After 34 seasons and counting, The Simpsons embodies many things. The longest running scripted series in the history of television began as an upstart, and grew to a Methuselah, with the wisdom of a dinosaur, and the prophetic voice of Nostradamus. Every other month, some news item or deleted tweet fulfills a prediction made by The Simpsons. It appears to follow what the kids in South Park knew decades ago: whenever something unexpected happens, The Simpsons already did it. They usually know because they were expecting it, don’t underestimate the studies of the writing team.
Those who ignore history are doomed to repeat it. Luckily, The Simpsons is constantly being rerun somewhere, reminding us even the most current events are old news in syndication. Most of the gags which have been interpreted as predictions are cases of The Simpsons pouring commentary on existing, if little known, events.
Even the foretelling of Donald Trump’s presidency was a dig at an exploratory commission Trump put in the field at the time the episode first aired. As Lisa Simpson (voiced by Yeardley Smith) tells the psychic reader in “Lisa’s Wedding,” “Wow. You can see into the present.”
A prediction from the 1996 episode “Much Apu About Nothing” exemplifies the prognostic ratio. Springfield Mayor Quimby (Dan Castellaneta) is confronted by an angry mob of protesters. He asks “Are these morons getting dumber or just louder?” His security detail answers “Dumber, sir.” This is only a half-truth, not a hard statistic like how the rise in gang activity can be linked to a decrease in interest in the Spirograph. Think about it. We know Bart (voiced by Nancy Cartwright) won’t.
Prescience can be intimidating. No one was more frightened than Homer Simpson, voiced by Castellaneta, when a doomsday comet headed towards Springfield burns out in the earth’s atmosphere, as he’d initially guessed. The writers and animators for The Simpsons may have similar concerns. The more the world becomes like The Simpsons, the less funny the show will be in comparison to real life. They’ve seen it happen.
Still, a look into The Simpsons’ precognitive prowess was preordained. Here are The Simpsons Quatrains laid out for easy reference.
Predicted in 1990
Season 2 episode 4 “Two Cars in Every Garage and Three Eyes on Every Fish,” is a political quagmire drudged from an environmental oversight. Mr. Burns (voiced by Harry Shearer) decides to run for local office after a three-eyed-fish, lovingly called Blinky, is discovered in the atomic-waste tainted waters around his nuclear plant. Marge (voiced by Julie Kavner) serves it up in a delicious display of non-violent protest.
Blinky the three-eyed fish is a recurring reminder of the mutations inherent in a town with questionable waste management practices. Burns should have called Fat Tony. The recurring gag found its way downstream to the Córdoba province in Argentina in October, 2011, when fisherman Julián Zmutt caught a three-eyed wolf fish in a reservoir near a nuclear plant.
Censoring Michelangelo’s “David”
Predicted in 1990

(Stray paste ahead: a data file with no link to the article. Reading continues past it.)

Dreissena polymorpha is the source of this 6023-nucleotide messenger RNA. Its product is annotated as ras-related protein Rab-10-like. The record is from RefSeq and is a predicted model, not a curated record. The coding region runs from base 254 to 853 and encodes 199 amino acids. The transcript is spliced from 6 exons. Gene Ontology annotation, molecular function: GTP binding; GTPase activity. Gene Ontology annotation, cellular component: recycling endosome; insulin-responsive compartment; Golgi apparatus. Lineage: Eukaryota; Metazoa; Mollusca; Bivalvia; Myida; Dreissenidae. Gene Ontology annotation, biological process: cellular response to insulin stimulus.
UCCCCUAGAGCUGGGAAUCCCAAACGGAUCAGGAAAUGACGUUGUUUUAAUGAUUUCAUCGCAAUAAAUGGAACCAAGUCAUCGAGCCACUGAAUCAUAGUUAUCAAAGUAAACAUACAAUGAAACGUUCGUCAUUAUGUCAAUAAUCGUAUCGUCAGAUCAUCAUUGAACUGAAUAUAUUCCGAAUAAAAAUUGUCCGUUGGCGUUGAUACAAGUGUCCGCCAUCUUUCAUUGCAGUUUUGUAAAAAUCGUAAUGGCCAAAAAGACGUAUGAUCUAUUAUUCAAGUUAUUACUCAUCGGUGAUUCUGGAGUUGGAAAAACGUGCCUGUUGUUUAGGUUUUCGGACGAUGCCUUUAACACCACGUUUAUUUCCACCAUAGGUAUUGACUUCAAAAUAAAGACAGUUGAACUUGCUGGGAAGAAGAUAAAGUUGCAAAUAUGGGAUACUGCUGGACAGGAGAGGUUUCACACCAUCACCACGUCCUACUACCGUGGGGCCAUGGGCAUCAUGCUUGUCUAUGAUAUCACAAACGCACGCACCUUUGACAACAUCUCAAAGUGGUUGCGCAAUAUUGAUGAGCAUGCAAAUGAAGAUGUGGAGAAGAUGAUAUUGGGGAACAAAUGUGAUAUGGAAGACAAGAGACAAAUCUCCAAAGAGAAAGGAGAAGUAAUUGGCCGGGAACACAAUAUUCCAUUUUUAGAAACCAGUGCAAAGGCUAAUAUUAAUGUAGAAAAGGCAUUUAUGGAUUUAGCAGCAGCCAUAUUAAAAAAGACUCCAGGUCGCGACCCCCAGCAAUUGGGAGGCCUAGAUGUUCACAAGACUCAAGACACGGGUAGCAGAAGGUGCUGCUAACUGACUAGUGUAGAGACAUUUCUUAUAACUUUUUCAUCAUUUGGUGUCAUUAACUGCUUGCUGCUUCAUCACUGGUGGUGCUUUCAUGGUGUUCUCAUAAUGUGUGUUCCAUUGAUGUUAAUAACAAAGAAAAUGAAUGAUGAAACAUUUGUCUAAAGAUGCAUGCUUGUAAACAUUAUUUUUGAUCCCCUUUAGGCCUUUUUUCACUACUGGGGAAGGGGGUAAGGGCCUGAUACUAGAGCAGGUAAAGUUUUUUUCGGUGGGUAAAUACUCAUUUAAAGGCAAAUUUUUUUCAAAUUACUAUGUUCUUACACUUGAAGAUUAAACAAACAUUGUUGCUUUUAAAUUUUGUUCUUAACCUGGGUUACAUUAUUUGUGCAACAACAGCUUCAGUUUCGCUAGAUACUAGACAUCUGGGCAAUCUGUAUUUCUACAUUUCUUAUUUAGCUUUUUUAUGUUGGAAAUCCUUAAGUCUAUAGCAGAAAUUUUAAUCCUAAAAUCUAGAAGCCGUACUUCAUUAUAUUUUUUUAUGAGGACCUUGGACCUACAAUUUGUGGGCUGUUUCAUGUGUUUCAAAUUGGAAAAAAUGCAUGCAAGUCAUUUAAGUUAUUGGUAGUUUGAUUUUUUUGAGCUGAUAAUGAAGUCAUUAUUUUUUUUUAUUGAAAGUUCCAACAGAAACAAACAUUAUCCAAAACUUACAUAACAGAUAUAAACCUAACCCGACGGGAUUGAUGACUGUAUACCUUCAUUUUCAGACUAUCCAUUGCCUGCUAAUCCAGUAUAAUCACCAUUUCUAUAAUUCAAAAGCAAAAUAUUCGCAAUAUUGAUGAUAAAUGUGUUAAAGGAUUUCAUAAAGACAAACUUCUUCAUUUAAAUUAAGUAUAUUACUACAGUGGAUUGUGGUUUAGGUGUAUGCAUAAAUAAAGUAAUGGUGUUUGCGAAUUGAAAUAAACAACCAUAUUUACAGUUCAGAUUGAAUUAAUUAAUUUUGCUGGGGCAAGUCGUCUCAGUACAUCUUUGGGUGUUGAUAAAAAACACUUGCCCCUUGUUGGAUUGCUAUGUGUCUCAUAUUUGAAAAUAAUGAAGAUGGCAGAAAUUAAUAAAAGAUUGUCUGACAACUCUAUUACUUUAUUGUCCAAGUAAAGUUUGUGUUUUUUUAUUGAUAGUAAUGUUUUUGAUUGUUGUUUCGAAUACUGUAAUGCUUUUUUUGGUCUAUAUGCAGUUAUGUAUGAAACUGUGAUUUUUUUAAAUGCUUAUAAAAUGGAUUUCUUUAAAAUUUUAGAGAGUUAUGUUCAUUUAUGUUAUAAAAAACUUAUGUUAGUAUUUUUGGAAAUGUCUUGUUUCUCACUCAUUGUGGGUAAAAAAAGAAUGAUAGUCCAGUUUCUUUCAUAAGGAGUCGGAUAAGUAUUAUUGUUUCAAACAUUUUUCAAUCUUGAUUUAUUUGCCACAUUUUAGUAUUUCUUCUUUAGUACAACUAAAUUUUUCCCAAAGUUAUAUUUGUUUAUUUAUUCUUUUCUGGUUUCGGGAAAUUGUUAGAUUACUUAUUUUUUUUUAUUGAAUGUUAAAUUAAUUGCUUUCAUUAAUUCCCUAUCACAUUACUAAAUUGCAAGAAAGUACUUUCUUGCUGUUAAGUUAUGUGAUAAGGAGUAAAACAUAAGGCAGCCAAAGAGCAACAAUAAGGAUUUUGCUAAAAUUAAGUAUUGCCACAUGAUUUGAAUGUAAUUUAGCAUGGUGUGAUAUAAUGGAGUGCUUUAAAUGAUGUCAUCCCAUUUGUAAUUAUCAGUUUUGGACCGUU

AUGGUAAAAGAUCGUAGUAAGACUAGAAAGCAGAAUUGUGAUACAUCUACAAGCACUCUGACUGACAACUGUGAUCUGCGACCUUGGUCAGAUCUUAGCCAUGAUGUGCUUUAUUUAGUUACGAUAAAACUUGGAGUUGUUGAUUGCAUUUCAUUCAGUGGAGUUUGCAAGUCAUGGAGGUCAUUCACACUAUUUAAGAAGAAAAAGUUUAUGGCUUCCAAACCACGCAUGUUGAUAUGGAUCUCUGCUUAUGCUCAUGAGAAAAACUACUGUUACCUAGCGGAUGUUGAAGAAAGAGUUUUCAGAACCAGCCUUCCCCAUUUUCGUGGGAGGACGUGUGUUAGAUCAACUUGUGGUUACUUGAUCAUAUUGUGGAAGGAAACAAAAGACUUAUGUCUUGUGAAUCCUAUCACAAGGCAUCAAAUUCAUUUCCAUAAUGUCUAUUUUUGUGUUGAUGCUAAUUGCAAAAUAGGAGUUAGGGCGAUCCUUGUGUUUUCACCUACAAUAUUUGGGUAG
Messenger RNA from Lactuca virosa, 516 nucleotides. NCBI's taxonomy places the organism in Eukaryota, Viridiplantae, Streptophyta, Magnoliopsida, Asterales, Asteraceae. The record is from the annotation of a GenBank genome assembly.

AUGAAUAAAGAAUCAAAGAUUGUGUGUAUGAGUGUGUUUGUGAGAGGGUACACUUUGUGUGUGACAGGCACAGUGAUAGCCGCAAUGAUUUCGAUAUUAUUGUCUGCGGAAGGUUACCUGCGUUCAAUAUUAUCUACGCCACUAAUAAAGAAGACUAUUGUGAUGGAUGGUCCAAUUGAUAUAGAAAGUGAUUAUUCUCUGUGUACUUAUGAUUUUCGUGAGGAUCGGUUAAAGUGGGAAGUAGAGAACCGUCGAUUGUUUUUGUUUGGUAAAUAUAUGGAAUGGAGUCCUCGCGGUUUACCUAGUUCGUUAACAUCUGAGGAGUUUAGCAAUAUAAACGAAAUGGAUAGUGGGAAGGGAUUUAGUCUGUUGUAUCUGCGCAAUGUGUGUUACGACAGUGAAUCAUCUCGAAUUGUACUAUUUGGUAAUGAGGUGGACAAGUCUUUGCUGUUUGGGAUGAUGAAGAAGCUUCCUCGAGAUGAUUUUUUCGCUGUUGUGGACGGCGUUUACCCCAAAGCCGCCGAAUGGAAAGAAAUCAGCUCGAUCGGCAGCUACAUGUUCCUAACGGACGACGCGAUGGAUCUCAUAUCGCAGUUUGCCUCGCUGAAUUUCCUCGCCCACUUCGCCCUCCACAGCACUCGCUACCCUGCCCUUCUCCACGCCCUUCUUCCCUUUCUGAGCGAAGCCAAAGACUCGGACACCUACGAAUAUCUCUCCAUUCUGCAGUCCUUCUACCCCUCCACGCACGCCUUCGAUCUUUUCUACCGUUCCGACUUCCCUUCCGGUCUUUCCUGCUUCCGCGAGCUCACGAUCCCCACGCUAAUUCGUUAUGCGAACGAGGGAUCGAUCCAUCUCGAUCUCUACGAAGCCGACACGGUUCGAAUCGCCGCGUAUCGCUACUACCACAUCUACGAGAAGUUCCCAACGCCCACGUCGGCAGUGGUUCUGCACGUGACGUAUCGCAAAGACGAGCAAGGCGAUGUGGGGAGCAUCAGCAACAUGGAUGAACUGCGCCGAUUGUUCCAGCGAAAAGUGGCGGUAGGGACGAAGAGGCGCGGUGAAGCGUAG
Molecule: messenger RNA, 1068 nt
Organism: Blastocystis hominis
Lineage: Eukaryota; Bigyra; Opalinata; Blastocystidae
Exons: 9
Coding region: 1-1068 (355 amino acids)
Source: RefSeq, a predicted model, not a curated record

“Itchy & Scratchy” cartoons have always been a stand-in for The Simpsons in the world of Springfield. In season 2 episode 9 “Itchy & Scratchy & Marge,” concerned mom Marge “shows what one lunatic can do,” writing a letter to ban the violent children’s programming before kids think it’s funny to play those dangerous cat and mouse games at home. Later in the episode, and using Marge as their public face, residents of Springfield protest the exhibit of Michelangelo’s statue of David, branding the ancient artwork obscene because the figure is nude.
In July 2016, voters in Russia cast ballots over whether a copy of the Renaissance statue should be clothed. The gag is also a case of recycling an old joke, as Garrett Morris reported on the circumcision of Michelangelo’s “David” during a 1976 Weekend Update on Saturday Night Live.
The Beatles Answer Belated Fan Mail
Predicted in 1991
In season 2 episode 18, “Brush with Greatness,” Ringo Starr voices himself answering a fan letter Marge sent on Dec. 12, 1966. The former Beatles drummer apologizes for the tardiness, but cards and letters had been coming in for 30 years, and that’s as far as he’s gotten since promising to answer each one personally. Marge goes on to paint a portrait of Mr. Burns’ to the Starkey-George Harrison-written hit song “Photograph.”
This vaguely corresponds to an incident in 2013 when Barbara Bezant and Lyn Jeffries from Eltham, South London, received a 50-year-old response from the other half of the rhythm section, bassist Paul McCartney. In December 1963, the two fans sent a recorded message to the Lewisham Odeon, where the pair saw the band play. The package was found years later at a car boot sale. Bezant and Jeffries received a reply while attending The Beatles Story exhibition in Liverpool. Paul left them a note saying “lovely tape,” with an added wink, “better late than never.”
Super Bowl Winners
Predicted Three Times Starting in 1992
The Simpsons’ predilections for predictions began with a three-time long shot called by Lisa. “Lisa the Greek” saw the Simpsons’ middle child use the scientific approach to sports gaming under her episodic-stage name Liscanto. She told viewers to put their money on the Washington Redskins over the Buffalo Bills for the biggest game of 1992. The 14th episode of season 3 ran a few days before Super Bowl XXVI, and Lisa was on the money.
Fox re-aired the episode the following year, re-dubbing it to reflect the players of Super Bowl XXVIII, and predicting the Dallas Cowboys, who not only won but beat the point spread. The third time kept the charm, as the players were re-dubbed again, and picked the San Francisco 49ers to win Super Bowl XXIX. They let it roll, and lost on the fourth try as Homer bet it all on the Denver Broncos, only to see them defeated by the Seattle Seahawks.